By Steven Coburn-Griffis

sgriffis@putnamsentinel.com

OTTAWA — Monday dawned in a typical fashion for the first day of the Putnam County Fair. The skies were overcast with thin, gray clouds, and the occasional drop of rain fell. But, as is atypical, no storms coalesced, and the hint of rain remained just that: a potential.

Still, weather was the watchword as various individuals of note made their way to the podium during the fair’s Opening Ceremony, which began at 10 a.m.

“Looking at the forecast before I stepped up here, I think this will be the first year in my memory that it’s not going to rain three or four inches one day during the Putnam County Fair,” State Senator Rob McColley told those present.

U.S. Representative Bob Latta, sharing the reminiscences of his mother, remarked the fair, once held in October, occasionally experienced snow flurries. “But that’s not anything we’re expecting this week,” Latta quipped, referencing heat warnings issued for the county.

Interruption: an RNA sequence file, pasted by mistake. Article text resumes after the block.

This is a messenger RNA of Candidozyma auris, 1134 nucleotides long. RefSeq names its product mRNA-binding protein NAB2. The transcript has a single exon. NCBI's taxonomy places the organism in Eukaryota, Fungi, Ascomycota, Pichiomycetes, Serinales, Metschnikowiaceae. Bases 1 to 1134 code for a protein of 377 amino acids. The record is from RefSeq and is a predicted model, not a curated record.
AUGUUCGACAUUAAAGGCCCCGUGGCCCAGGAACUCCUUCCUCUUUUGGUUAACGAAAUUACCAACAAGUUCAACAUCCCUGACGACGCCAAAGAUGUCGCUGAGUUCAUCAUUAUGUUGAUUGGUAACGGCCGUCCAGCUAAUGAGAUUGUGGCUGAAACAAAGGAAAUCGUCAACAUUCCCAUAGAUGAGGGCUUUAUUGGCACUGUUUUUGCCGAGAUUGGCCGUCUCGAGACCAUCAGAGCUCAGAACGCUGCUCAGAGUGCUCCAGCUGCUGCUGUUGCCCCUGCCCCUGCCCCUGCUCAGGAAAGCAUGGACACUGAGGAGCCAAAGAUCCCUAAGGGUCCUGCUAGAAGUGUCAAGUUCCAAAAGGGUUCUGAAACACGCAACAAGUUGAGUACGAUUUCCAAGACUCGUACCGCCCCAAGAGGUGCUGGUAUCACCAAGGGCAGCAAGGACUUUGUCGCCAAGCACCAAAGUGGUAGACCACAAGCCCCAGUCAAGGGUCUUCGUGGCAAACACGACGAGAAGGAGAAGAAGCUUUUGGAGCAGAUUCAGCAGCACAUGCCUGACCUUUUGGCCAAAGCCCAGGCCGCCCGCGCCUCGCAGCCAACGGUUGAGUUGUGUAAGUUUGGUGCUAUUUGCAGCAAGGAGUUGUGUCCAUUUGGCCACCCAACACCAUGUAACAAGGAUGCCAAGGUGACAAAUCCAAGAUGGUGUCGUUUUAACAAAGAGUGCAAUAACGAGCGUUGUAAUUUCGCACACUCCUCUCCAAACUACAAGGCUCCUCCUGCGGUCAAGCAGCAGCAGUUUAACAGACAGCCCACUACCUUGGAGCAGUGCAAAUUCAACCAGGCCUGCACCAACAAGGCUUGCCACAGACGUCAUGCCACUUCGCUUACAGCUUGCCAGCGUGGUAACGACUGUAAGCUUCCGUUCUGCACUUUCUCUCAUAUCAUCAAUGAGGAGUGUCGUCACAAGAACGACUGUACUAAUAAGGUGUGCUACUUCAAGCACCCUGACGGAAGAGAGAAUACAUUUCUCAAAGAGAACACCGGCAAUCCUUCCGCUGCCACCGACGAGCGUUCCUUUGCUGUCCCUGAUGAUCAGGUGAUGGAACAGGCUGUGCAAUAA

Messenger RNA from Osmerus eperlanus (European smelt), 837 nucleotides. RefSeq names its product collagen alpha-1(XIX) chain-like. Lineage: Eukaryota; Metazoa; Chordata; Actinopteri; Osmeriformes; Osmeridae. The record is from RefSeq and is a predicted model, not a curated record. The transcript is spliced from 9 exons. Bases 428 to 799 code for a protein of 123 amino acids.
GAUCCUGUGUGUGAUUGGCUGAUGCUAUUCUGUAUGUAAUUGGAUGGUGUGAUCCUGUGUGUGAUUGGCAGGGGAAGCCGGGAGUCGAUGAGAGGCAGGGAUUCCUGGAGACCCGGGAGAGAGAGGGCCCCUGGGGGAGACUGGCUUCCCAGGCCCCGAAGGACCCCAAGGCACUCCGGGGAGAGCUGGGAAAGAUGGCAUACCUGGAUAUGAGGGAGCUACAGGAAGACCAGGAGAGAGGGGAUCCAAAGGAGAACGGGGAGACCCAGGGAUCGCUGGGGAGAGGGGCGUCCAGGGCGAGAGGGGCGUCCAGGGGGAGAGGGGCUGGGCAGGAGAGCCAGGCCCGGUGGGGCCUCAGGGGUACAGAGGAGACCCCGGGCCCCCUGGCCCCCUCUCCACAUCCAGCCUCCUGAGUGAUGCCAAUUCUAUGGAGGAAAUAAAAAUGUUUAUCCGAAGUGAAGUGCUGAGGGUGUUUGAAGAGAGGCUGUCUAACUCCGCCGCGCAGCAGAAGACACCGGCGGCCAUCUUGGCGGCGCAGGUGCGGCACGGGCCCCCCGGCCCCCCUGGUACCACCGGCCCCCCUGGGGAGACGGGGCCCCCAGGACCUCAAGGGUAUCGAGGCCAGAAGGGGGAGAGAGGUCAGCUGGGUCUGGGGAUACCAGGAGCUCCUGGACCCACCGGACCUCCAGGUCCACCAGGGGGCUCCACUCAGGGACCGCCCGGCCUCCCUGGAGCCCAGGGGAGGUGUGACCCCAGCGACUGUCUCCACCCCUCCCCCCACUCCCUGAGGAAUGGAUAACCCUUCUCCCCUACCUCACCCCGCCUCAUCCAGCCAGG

And those forecasts, at least on Tuesday, bore out. By mid-afternoon, Ottawa was registering 99 degrees, with a heat advisory of over 100 degrees. On Wednesday, temperatures are anticipated to fall slightly, with highs in the mid-90s.

In the livestock barns on Tuesday, fans ran throughout the day, and fair personnel sprayed down the barns, and the animals they housed, with water in

an effort to beat the heat as Junior Fair competitions ran on.

And that, too, was a focus for speakers: the hard work of the county’s youth in raising and showing their animals.

“It’s great to be here at the Putnam County Fair,” McColley asserted. “It’s always a reminder of our shared agricultural heritage here in Northwest Ohio, and how we celebrate that every year through recognizing primarily our youth, and what they’re doing to further that heritage through their own agricultural exhibits.”